Bargaining Chip: Community reform group takes on teacher contracts

Can the Our Schools Coalition, a group of community members and education reform advocates, change the face of teachers' contract negotiations?
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Can the Our Schools Coalition, a group of community members and education reform advocates, change the face of teachers' contract negotiations?

It might surprise you to know that, according to a study conducted last spring by the University of Washington’s Center for Reinventing Public Education (CRPE), Seattle teachers enjoy one of the most cutting-edge collective bargaining agreements in the U.S.

Granted, the study was commissioned by the Our Schools Coalition (OSC), an alliance of nearly forty business, civic and community groups established during the 2010 teacher contract negotiations, and led by some of Seattle’s most prominent education reform advocates. CRPE also espouses a reform agenda.

If you are suspicious of the overall concept of education reform and its proponents, or have a problem with certain elements of the reform agenda, such as tying teacher evaluations to student growth data, you’ll be predisposed to be suspicious of the Our Schools Coalition’s newly-released ten point policy platform for Seattle’s 2013 teacher contract negotiations. This year's negotiation round begins this spring.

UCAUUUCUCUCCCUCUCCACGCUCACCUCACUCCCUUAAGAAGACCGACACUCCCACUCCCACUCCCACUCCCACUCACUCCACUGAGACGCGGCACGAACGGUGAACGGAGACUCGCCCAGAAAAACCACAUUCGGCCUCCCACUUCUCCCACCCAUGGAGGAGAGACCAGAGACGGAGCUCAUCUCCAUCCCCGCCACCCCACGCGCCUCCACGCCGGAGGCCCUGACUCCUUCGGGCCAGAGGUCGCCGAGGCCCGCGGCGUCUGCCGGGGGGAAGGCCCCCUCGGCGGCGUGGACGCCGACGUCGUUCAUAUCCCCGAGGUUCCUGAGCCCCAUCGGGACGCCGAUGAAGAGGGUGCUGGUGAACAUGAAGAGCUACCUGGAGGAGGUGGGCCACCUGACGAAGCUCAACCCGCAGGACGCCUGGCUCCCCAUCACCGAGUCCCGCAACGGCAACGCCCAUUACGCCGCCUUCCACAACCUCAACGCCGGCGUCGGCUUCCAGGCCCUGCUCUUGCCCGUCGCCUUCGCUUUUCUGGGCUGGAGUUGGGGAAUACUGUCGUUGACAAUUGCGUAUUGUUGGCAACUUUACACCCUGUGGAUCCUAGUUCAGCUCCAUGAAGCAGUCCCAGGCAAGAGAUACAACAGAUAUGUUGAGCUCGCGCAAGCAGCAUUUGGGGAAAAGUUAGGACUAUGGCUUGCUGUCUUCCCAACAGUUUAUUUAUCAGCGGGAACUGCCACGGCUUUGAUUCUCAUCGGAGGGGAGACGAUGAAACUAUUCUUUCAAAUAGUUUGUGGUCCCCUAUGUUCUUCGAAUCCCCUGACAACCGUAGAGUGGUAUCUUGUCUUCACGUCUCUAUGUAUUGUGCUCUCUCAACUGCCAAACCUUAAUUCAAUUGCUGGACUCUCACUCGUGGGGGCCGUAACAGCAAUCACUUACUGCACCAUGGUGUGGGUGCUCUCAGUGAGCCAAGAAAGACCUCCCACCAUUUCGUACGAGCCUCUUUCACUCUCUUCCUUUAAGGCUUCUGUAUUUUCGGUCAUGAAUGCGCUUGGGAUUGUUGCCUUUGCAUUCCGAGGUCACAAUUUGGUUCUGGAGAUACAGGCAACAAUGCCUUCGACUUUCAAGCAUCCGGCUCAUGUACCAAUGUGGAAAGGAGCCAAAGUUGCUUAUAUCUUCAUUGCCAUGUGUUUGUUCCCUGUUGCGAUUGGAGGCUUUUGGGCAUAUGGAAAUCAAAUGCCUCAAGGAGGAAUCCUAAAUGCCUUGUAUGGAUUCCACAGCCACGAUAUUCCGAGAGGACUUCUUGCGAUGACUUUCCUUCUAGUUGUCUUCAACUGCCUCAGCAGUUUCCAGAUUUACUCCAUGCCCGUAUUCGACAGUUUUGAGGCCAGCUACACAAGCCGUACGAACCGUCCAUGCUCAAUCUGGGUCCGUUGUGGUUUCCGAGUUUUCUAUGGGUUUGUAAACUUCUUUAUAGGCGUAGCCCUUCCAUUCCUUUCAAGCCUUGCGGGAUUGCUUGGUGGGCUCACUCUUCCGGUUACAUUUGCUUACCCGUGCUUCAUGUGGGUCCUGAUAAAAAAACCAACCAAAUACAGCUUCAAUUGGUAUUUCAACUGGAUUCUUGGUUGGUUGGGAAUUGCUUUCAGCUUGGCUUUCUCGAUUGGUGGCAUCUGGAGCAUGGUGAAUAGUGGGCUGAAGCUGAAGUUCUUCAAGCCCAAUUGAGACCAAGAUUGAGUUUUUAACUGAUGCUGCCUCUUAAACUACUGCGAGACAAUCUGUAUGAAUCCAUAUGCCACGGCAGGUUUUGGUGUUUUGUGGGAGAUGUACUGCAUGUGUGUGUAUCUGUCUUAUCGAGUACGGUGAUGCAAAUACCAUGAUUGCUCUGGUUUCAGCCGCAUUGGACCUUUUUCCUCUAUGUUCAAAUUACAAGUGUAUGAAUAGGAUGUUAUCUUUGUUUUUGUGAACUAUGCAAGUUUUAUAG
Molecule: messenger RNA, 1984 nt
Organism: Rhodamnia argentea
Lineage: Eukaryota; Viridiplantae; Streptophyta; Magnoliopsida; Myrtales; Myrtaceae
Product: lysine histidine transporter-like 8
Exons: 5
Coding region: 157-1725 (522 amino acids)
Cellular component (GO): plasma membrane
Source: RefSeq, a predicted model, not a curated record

The contract negotiated in 2010, which includes a landmark four-tier teacher evaluation system, was largely crafted by and enjoys support from the Seattle Education Association. The Association has been outspoken and unabashed in its efforts to strengthen the teaching profession. It does so, in part, through new teacher mentoring programs and support cohorts for teachers who seek the prestigious National Board Certification. This type of professional support and collaboration lets teachers “define their own profession rather than have it defined for them,” says SEA president Jonathan Knapp.

If elevating the teaching profession is a shared goal, then why the need for a third party?  Knapp himself has been critical of outside parties involving themselves in contract reform.

“When we established the coalition, our premise was that there are community stakeholders who are not union members or district employees — taxpayers, employers, parents — the District’s constituency,” says Sara Morris, president and CEO of the Alliance for Education, one of the coalition’s leaders. “We never felt we deserved a place at the bargaining table and are less interested in process than in outcome. But we believe that the teacher contract is a critical tool in education.” 

Adds OSC member Susannah Malarkey, executive director of the Technology Alliance, a statewide, non-profit organization of technology and research leaders, “Technology Alliance members care about education, especially given the entrepreneurial spirit and preponderance of research and development in our state.”

Proud of the contract that was negotiated in 2010 and their role in helping shape the agenda, the OSC wants to see it fully implemented — with a few enhancements. Their platform includes recommendations in the categories of closing the achievement gap, professional growth and compensation, teacher evaluation, staffing and parent and family communication.